Why You Don’t Want A “Pit Bull” or “Shark” Divorce Lawyer

We often hear people say they are looking for a “pit bull” or “shark” divorce attorney. When people are getting a divorce, they are often in a place of fear. They are concerned about the future, about how their kids will be affected, sometimes if they will lose their kids, how they will suffer financially through the divorce, and how much the divorce will cost. We understand you may think a fiercely aggressive attorney will ensure you get a good result, but often the opposite is true. What I know for sure about an aggressive attorney is that your divorce will be very expensive. Think about it. A pit bull attorney wants to fight. Fighting costs way more money than resolution because fighting takes a long time, usually starts out with a Complaint for Divorce to initiate a court action, requires aggressive discovery, motion practice, and usually culminates in a trial. If there was a script for what not to do in a divorce, all the things I just described are it! These things are no more likely to get you a good result. Here’s why:

  1. Starting the divorce with a Complaint: When people think of divorce, they often think of divorce court. This is largely due to the way divorce is portrayed in the media. However, most of the work is done outside of the courtroom. Once you file that Complaint, you are initiating court involvement. But what if you don’t need it yet? Once the court gets involved, then you have mandatory periodic court events like filing papers and court appearances, even if you don’t really need them. Your attorney must appear in court for them (these days, usually by Zoom), has to do prep work before the court appearance, and may even have to prepare and file documents in advance of the court event. Often, none of these things are going to get you closer to a settlement. But you still must do them if you’ve invited the court’s involvement by filing a Complaint. So do yourself a favor and don’t file a Complaint unless and until it’s necessary. A pit bull will usually tell you to file right away.

  2. Filing voluminous motions: A pit bull’s modus operandi is to litigate. Litigation puts you in court where the judge makes all of the decisions. The way you get in front of a judge during a divorce proceeding is largely by filing motions. A motion by its very definition is asking the court to do something for you, to grant some type of relief. Pit bulls file lots of motions because it’s a way of getting the court to make the other party do something. This might sound great. You might be thinking, “Yeah, make my spouse settle!” Or “Make my spouse be nicer to the kids.” However, the reality is often that it just perpetuates more litigation. A Court Order doesn’t necessarily make people do things, and the court has absolutely no authority to force your case to settle. So, all of those motions really just succeed in making you spend more money and usually inflames the level of conflict in the case.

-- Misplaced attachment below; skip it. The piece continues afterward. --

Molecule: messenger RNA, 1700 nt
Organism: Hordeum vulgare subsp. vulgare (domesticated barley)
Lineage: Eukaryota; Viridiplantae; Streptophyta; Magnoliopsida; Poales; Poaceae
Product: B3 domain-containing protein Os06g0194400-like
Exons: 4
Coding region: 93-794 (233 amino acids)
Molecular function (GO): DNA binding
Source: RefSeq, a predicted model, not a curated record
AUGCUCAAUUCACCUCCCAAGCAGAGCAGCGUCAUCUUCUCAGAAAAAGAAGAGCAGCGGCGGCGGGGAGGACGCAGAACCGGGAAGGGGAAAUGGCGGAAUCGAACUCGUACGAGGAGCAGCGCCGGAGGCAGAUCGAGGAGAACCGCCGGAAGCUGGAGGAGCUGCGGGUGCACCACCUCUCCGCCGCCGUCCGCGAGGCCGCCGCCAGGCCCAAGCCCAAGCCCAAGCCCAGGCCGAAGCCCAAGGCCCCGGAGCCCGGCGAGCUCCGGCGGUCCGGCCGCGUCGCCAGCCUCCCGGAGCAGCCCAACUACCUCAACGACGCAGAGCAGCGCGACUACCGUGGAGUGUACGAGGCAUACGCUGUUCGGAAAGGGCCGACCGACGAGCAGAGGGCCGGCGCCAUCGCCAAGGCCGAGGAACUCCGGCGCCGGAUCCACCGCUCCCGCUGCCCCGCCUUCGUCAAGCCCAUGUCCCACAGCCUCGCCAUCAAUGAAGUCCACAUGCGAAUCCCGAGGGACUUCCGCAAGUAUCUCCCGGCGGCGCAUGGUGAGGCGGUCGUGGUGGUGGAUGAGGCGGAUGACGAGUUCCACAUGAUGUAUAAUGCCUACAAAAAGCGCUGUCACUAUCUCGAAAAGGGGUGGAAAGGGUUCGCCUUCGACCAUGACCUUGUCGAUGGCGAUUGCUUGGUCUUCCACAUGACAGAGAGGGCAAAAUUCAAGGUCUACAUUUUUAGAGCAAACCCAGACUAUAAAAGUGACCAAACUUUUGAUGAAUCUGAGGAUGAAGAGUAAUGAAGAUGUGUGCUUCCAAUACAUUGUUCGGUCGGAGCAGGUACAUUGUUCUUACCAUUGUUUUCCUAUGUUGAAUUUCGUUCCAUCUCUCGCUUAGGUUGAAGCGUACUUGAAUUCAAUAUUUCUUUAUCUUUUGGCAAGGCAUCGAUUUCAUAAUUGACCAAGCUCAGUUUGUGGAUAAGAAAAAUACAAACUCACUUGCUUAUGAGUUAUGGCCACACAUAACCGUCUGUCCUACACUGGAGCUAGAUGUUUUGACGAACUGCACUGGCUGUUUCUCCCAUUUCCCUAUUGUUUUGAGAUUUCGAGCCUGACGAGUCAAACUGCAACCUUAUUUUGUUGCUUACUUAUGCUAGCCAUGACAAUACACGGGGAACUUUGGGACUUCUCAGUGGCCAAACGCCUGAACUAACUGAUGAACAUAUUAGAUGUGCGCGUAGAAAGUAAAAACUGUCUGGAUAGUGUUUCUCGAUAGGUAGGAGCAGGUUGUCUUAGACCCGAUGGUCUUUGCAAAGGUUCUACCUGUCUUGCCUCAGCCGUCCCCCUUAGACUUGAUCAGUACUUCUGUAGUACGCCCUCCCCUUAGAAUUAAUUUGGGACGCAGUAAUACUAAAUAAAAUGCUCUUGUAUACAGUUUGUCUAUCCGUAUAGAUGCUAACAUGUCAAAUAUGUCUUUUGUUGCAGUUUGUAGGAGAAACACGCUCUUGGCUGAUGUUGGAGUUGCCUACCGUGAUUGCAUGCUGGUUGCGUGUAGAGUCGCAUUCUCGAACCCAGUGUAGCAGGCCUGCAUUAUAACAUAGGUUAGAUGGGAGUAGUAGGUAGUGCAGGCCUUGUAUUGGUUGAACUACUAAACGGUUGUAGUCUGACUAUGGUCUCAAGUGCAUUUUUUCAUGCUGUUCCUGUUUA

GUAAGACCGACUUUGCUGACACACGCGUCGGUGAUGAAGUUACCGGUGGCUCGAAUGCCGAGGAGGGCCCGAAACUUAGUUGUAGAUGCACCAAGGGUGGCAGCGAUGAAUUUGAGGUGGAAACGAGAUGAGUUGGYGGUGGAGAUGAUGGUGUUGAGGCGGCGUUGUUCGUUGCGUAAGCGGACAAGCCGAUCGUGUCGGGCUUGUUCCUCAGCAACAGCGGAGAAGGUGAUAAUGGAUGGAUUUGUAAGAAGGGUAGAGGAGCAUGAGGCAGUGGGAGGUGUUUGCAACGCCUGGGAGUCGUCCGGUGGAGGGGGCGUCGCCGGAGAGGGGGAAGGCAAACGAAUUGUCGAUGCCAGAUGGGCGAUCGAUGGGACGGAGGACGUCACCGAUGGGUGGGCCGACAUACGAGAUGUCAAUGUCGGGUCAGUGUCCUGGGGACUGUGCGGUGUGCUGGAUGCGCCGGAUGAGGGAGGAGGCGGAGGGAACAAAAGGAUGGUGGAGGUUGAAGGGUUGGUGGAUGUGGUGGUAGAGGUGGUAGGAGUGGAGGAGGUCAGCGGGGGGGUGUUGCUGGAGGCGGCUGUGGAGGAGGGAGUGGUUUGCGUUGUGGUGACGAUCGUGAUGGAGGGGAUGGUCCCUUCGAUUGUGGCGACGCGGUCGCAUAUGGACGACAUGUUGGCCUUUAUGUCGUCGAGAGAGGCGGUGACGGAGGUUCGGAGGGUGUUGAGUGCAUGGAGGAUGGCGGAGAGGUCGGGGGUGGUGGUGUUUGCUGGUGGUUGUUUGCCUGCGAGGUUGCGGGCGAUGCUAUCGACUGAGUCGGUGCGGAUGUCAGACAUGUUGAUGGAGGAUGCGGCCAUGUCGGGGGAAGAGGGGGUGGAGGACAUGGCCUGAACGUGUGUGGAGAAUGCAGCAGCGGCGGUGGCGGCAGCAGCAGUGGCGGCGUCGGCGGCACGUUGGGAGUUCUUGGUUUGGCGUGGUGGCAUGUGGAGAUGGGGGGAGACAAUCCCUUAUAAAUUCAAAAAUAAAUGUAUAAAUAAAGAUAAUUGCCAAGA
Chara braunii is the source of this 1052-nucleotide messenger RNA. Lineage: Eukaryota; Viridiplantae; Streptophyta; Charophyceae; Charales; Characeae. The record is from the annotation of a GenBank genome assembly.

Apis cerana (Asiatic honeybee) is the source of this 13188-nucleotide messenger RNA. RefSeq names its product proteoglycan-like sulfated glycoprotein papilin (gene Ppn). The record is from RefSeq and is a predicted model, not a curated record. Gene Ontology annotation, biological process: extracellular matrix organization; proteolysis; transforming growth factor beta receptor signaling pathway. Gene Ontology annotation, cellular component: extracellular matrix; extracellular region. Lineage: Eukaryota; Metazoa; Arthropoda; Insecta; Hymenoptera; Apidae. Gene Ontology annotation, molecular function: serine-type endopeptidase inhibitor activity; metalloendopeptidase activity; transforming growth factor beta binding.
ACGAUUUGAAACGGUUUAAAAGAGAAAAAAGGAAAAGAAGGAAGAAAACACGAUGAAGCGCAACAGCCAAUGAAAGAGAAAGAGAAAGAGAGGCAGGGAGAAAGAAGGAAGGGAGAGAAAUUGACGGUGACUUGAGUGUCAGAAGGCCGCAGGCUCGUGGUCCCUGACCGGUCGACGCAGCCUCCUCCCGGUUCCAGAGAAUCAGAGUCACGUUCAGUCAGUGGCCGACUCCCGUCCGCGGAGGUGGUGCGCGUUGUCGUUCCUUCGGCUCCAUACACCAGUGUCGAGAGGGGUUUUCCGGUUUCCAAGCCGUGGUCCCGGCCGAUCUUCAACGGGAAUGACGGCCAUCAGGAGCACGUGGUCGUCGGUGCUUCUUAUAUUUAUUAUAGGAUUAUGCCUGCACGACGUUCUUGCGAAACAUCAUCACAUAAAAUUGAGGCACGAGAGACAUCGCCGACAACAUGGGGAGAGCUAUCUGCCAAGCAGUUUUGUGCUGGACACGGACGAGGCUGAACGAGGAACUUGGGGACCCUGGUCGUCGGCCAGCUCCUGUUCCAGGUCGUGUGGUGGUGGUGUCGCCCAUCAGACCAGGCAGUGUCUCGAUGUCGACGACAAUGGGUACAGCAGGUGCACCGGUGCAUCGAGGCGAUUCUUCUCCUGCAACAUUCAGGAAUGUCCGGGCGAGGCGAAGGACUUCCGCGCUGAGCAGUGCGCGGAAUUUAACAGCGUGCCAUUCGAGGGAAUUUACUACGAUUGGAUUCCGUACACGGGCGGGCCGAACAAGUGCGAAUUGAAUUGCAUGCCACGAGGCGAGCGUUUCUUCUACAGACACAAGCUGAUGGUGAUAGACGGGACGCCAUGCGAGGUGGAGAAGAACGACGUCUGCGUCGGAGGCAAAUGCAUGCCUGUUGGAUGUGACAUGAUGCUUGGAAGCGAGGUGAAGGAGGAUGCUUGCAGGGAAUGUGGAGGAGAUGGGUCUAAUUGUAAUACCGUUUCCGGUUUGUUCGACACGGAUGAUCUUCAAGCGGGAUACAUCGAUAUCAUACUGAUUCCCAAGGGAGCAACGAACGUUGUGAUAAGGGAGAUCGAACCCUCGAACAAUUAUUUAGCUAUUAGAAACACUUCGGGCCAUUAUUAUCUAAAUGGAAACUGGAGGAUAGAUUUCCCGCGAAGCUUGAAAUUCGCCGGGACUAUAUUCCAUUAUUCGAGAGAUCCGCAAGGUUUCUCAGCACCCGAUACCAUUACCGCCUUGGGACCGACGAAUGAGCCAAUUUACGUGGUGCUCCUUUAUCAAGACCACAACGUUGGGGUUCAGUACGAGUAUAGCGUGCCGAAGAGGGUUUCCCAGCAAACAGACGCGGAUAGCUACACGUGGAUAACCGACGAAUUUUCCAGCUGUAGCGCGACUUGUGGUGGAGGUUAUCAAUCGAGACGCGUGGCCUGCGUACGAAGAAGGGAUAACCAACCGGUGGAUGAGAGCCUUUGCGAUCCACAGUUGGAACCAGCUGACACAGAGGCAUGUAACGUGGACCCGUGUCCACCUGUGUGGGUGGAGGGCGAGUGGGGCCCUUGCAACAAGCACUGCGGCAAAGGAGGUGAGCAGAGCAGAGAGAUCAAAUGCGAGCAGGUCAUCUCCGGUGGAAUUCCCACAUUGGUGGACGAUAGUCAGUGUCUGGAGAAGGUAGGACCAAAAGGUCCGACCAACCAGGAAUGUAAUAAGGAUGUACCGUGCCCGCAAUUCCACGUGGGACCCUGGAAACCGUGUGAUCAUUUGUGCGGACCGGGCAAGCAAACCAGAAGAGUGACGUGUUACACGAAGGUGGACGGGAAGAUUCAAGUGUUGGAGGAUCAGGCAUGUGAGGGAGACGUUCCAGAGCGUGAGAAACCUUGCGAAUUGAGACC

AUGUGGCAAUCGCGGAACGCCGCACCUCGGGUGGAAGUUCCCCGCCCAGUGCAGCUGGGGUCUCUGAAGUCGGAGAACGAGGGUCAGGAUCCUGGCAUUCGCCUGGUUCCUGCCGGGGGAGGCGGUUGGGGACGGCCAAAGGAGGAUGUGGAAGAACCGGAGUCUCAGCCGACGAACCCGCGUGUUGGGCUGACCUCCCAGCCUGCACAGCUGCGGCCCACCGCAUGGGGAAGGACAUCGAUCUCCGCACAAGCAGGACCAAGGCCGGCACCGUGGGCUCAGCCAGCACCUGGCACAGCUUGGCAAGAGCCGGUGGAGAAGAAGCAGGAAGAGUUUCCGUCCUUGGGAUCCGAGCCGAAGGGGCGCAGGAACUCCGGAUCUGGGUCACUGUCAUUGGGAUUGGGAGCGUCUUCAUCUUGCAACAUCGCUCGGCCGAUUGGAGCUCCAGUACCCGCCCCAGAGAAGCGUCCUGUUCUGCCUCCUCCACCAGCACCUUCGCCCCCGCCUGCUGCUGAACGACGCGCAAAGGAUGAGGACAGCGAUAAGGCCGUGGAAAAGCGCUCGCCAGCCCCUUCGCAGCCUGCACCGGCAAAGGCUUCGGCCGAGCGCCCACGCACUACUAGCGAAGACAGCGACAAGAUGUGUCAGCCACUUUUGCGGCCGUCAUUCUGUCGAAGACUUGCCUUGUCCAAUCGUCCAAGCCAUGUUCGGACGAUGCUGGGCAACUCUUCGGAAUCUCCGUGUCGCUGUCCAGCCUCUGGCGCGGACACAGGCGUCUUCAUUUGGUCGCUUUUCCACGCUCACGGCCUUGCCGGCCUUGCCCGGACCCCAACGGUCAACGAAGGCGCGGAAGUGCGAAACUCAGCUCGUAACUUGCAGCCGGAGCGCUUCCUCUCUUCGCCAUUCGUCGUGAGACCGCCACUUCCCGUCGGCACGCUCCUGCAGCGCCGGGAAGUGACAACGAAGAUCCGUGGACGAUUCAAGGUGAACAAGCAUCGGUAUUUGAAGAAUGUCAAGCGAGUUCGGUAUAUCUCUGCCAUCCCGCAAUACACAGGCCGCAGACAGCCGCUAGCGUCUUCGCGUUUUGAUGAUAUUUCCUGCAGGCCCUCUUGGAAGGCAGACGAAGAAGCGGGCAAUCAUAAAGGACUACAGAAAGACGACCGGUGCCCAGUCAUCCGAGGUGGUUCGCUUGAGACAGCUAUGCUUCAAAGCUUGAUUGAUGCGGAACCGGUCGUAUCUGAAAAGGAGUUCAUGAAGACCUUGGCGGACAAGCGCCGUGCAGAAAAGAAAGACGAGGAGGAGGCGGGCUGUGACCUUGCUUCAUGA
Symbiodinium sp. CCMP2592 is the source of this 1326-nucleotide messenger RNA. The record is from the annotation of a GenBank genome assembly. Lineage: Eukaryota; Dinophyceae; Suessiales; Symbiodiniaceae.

3. Engaging in voluminous discovery: Discovery is a period of time during the litigation, essentially between the very beginning and the very end, where the parties have an opportunity to gather information, they need either to settle or to go to trial. The discovery often takes the form of documents, such as bank records, credit card statements, tax returns, and other financial statements. It can also be in the form of experts, such as an accountant for a forensic accounting or business evaluation, or custody experts. These mechanisms not only increase your costs by requiring your attorney to do more – i.e. put in more hours that he or she is billing you for – but also can result in paying the experts for their time as well. So now, instead of paying your attorney on an hourly basis, you’re paying other people too. If you don’t really need these things to reach a settlement, you’re just wasting your money and your time. The only ones making out are the attorneys and experts.

Some people do need these things.However, most don’t.Most divorces do not require protracted litigation, endless motion practice and voluminous discovery.You rely on your attorney to guide you down the best path.That’s the one that will cost you the least, put the least amount of emotional and financial stress on you and your family, and get your matter concluded. If you need help figuring out what that looks like for you, we can help.We believe that most divorces can be resolved and should be resolved with the least cost to you and your family.And we know how to do that.

If you are ready to get started, find an attorney who practices exclusively divorce and family law. The attorneys at Netsquire are experienced in mediation and litigation. We are ready to help you. Contact our office to schedule a Client Vision Meeting or

About the Author


John Nachlinger is a co-founder and managing attorney of Netsquire, a family law firm focused on streamlining divorces through effective mediation, settlement drafting, and court filing assistance. As a New Jersey Supreme Court Certified Matrimonial Law Attorney and Qualified Mediator, John guides couples toward equitable agreements without the cost and stress of litigation.

Recognized as a New Jersey Super Lawyer for over a decade, John’s client-focused approach aims to foster understanding during challenging transitions. With a background spanning top law journals, judicial clerkships, and boutique family law firms, John now applies his analytical skills to create workable solutions for all parties. His mediation services reshape the divorce journey by prioritizing compassion and compromise.

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